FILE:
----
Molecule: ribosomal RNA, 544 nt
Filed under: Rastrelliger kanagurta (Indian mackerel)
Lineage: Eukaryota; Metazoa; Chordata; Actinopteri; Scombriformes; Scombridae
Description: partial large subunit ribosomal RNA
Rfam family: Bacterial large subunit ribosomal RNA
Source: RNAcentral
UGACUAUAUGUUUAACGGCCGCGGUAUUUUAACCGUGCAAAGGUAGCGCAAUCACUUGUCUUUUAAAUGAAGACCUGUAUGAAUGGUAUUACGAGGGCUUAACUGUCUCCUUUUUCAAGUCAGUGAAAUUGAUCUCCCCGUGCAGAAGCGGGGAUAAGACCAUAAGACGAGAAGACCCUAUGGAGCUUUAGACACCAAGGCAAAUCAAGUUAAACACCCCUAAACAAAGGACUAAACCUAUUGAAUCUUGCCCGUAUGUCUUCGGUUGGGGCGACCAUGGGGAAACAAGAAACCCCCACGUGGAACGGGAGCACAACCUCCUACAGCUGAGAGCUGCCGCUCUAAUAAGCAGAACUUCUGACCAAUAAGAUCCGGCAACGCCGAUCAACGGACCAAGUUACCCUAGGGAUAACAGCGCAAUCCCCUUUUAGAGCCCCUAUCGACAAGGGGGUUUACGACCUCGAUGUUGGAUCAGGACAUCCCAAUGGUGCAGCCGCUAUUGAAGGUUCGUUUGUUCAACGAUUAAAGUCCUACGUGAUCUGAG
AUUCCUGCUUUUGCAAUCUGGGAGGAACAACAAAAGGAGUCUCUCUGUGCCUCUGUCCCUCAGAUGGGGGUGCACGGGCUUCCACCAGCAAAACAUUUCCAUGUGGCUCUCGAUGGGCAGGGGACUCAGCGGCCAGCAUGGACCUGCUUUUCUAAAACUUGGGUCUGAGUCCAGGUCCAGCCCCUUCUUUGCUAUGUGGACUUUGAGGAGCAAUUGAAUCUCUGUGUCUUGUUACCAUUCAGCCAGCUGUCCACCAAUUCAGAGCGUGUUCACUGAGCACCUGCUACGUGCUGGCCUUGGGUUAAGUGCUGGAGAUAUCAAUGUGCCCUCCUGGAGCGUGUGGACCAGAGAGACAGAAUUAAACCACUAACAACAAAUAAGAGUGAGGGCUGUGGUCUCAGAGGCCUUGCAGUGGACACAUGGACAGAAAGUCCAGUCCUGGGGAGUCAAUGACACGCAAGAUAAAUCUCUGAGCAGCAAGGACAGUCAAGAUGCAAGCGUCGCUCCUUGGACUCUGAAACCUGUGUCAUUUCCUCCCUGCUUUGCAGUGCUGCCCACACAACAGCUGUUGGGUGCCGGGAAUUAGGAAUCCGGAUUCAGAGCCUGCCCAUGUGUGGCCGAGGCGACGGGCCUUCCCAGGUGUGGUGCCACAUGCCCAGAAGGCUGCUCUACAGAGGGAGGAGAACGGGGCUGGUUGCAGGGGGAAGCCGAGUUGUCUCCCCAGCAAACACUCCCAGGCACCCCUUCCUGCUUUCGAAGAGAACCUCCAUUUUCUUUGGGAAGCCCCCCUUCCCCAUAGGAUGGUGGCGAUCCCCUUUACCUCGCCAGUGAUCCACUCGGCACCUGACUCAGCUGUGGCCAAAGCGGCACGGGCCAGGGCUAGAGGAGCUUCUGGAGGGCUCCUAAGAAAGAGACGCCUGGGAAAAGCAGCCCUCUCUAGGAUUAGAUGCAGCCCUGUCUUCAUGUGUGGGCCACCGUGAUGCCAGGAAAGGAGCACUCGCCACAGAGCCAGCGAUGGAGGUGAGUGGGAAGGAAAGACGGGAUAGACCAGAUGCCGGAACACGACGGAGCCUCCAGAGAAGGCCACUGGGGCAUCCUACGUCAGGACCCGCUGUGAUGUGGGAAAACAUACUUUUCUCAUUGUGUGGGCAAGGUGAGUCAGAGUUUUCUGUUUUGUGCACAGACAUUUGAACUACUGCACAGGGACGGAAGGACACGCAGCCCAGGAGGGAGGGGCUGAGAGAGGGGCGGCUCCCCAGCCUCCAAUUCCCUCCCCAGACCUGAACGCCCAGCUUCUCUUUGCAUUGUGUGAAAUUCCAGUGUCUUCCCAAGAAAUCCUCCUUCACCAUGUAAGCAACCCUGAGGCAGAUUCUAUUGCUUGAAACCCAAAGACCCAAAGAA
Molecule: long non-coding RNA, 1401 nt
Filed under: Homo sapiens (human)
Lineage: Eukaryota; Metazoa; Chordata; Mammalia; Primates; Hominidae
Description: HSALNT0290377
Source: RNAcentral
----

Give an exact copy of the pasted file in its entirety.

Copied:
Molecule: ribosomal RNA, 544 nt
Filed under: Rastrelliger kanagurta (Indian mackerel)
Lineage: Eukaryota; Metazoa; Chordata; Actinopteri; Scombriformes; Scombridae
Description: partial large subunit ribosomal RNA
Rfam family: Bacterial large subunit ribosomal RNA
Source: RNAcentral
UGACUAUAUGUUUAACGGCCGCGGUAUUUUAACCGUGCAAAGGUAGCGCAAUCACUUGUCUUUUAAAUGAAGACCUGUAUGAAUGGUAUUACGAGGGCUUAACUGUCUCCUUUUUCAAGUCAGUGAAAUUGAUCUCCCCGUGCAGAAGCGGGGAUAAGACCAUAAGACGAGAAGACCCUAUGGAGCUUUAGACACCAAGGCAAAUCAAGUUAAACACCCCUAAACAAAGGACUAAACCUAUUGAAUCUUGCCCGUAUGUCUUCGGUUGGGGCGACCAUGGGGAAACAAGAAACCCCCACGUGGAACGGGAGCACAACCUCCUACAGCUGAGAGCUGCCGCUCUAAUAAGCAGAACUUCUGACCAAUAAGAUCCGGCAACGCCGAUCAACGGACCAAGUUACCCUAGGGAUAACAGCGCAAUCCCCUUUUAGAGCCCCUAUCGACAAGGGGGUUUACGACCUCGAUGUUGGAUCAGGACAUCCCAAUGGUGCAGCCGCUAUUGAAGGUUCGUUUGUUCAACGAUUAAAGUCCUACGUGAUCUGAG
AUUCCUGCUUUUGCAAUCUGGGAGGAACAACAAAAGGAGUCUCUCUGUGCCUCUGUCCCUCAGAUGGGGGUGCACGGGCUUCCACCAGCAAAACAUUUCCAUGUGGCUCUCGAUGGGCAGGGGACUCAGCGGCCAGCAUGGACCUGCUUUUCUAAAACUUGGGUCUGAGUCCAGGUCCAGCCCCUUCUUUGCUAUGUGGACUUUGAGGAGCAAUUGAAUCUCUGUGUCUUGUUACCAUUCAGCCAGCUGUCCACCAAUUCAGAGCGUGUUCACUGAGCACCUGCUACGUGCUGGCCUUGGGUUAAGUGCUGGAGAUAUCAAUGUGCCCUCCUGGAGCGUGUGGACCAGAGAGACAGAAUUAAACCACUAACAACAAAUAAGAGUGAGGGCUGUGGUCUCAGAGGCCUUGCAGUGGACACAUGGACAGAAAGUCCAGUCCUGGGGAGUCAAUGACACGCAAGAUAAAUCUCUGAGCAGCAAGGACAGUCAAGAUGCAAGCGUCGCUCCUUGGACUCUGAAACCUGUGUCAUUUCCUCCCUGCUUUGCAGUGCUGCCCACACAACAGCUGUUGGGUGCCGGGAAUUAGGAAUCCGGAUUCAGAGCCUGCCCAUGUGUGGCCGAGGCGACGGGCCUUCCCAGGUGUGGUGCCACAUGCCCAGAAGGCUGCUCUACAGAGGGAGGAGAACGGGGCUGGUUGCAGGGGGAAGCCGAGUUGUCUCCCCAGCAAACACUCCCAGGCACCCCUUCCUGCUUUCGAAGAGAACCUCCAUUUUCUUUGGGAAGCCCCCCUUCCCCAUAGGAUGGUGGCGAUCCCCUUUACCUCGCCAGUGAUCCACUCGGCACCUGACUCAGCUGUGGCCAAAGCGGCACGGGCCAGGGCUAGAGGAGCUUCUGGAGGGCUCCUAAGAAAGAGACGCCUGGGAAAAGCAGCCCUCUCUAGGAUUAGAUGCAGCCCUGUCUUCAUGUGUGGGCCACCGUGAUGCCAGGAAAGGAGCACUCGCCACAGAGCCAGCGAUGGAGGUGAGUGGGAAGGAAAGACGGGAUAGACCAGAUGCCGGAACACGACGGAGCCUCCAGAGAAGGCCACUGGGGCAUCCUACGUCAGGACCCGCUGUGAUGUGGGAAAACAUACUUUUCUCAUUGUGUGGGCAAGGUGAGUCAGAGUUUUCUGUUUUGUGCACAGACAUUUGAACUACUGCACAGGGACGGAAGGACACGCAGCCCAGGAGGGAGGGGCUGAGAGAGGGGCGGCUCCCCAGCCUCCAAUUCCCUCCCCAGACCUGAACGCCCAGCUUCUCUUUGCAUUGUGUGAAAUUCCAGUGUCUUCCCAAGAAAUCCUCCUUCACCAUGUAAGCAACCCUGAGGCAGAUUCUAUUGCUUGAAACCCAAAGACCCAAAGAA
Molecule: long non-coding RNA, 1401 nt
Filed under: Homo sapiens (human)
Lineage: Eukaryota; Metazoa; Chordata; Mammalia; Primates; Hominidae
Description: HSALNT0290377
Source: RNAcentral